Growing interest in chiplet technology for high-performance computing architectures has driven both development at start-up companies and increased funding activity. One of these companies, Eliyan Corporation, recently closed a $40 million Series A funding round and is poised to commercialize a chiplet interconnect technology called NuLink that achieves high performance using commodity organic substrates.
Eliyan was founded by CEO Ramin Farjadrad, the inventor of the Bunch of Wires (BoW) scheme adopted by the Open Compute Project (OCP). NuLink technology is backward compatible with Universal Chiplet Interconnect Express (UCIe), a standard developed by Intel and donated to the UCIe Consortium. According to Farjadrad, the technology achieves similar bandwidth, power efficiency, and latency as die-to-die implementations using advanced packaging technologies, but without the other drawbacks of more specialized approaches.
Eliyan’s BoW approach is specifically designed to meet the need for high-efficiency Die-to-Die (D2D) PHYs to connect different functions in one package. NuLink technology, which is a superset of BoW and UCIe, uses patented implementation techniques to enable wide performance differentiation for D2D connectivity across each package substrate, reducing complexity and lowering overall development time and cost.
Farjadrad said in an interview with Design News the technology eliminates the need for advanced packaging solutions, most commonly silicon interposers, which limit the overall size of the system-in-package, which ultimately limits performance. The use of interposers also limits wafer test coverage, ultimately impacting yield, increasing total cost of ownership, and increasing overall manufacturing cycle time.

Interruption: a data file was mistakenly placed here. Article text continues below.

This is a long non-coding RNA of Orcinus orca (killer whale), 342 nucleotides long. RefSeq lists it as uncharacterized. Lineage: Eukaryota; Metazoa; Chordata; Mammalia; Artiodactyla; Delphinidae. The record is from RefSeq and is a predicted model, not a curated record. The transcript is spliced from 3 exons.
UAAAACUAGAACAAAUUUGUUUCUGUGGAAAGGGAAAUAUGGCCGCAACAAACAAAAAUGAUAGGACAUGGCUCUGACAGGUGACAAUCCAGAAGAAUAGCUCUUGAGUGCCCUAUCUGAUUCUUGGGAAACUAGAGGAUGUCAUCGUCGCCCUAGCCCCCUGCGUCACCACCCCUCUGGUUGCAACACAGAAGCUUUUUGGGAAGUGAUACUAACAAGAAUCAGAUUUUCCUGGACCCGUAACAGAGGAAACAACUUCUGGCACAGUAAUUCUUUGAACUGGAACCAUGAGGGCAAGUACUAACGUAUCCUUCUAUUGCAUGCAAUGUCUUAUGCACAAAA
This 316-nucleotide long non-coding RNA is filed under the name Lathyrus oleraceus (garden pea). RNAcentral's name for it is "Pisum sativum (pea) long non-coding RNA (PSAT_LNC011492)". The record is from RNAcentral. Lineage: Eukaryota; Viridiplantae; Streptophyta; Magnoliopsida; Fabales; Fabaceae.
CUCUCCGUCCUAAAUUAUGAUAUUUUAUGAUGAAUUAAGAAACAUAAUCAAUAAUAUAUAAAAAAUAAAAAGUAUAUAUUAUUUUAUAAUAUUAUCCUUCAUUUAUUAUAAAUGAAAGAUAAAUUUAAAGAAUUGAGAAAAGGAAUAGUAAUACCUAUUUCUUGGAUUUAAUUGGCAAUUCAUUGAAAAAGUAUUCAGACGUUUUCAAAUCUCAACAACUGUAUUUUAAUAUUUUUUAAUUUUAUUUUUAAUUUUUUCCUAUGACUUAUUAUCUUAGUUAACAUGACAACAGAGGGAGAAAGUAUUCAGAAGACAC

Instead of using interposers, NuLink uses a patented Gearbox scheme that acts as an adapter to connect any off-the-shelf micro-bump chiplets via standard-bump organic substrate. This technique eliminates the need for a large, complex silicon interposer. This optimized technology for 2.5/3D package implementations allows for a practical mixing and matching of chiplets with different die-to-die interfaces in different processes (DRAM, SOI, etc.).
The technology has been developed by Farjadrad and his team since 2017. In 2018, Farjadrad proposed BoW as a superior chiplet interconnect architecture for OCP. The improved performance and features that BoW offers over existing processes received strong support and was eventually adopted as OCP’s chiplet interconnect scheme.
A previous incarnation of NuLink technology was mass-produced in a 14nm process, confirming its commercial viability and performance benefits. The latest version, taped to 5nm, delivers at least 2000 Gbps/mm edge bandwidth on a standard organic package.
Eliyan expects its first silicon in the first quarter of 2023.
The ramp-up of Eliyan’s technology points to a bright future for chiplet technology, which is seen as an important means of developing custom chips to help product designers scale the performance, power efficiency and size needed for high-performance computing applications required are.
Earlier this year, a group of leading technology companies recently formed an industry consortium called the UCIe Consortium to establish a die-to-die interconnect standard and promote an open chiplet ecosystem.
Spencer Chin is Senior Editor for Design News and covers the electronic beat. He has extensive experience in developing components, semiconductors, subsystems, power supply and other facets of electronics from both a business/supply chain and technology perspective. He can be reached at [email protected]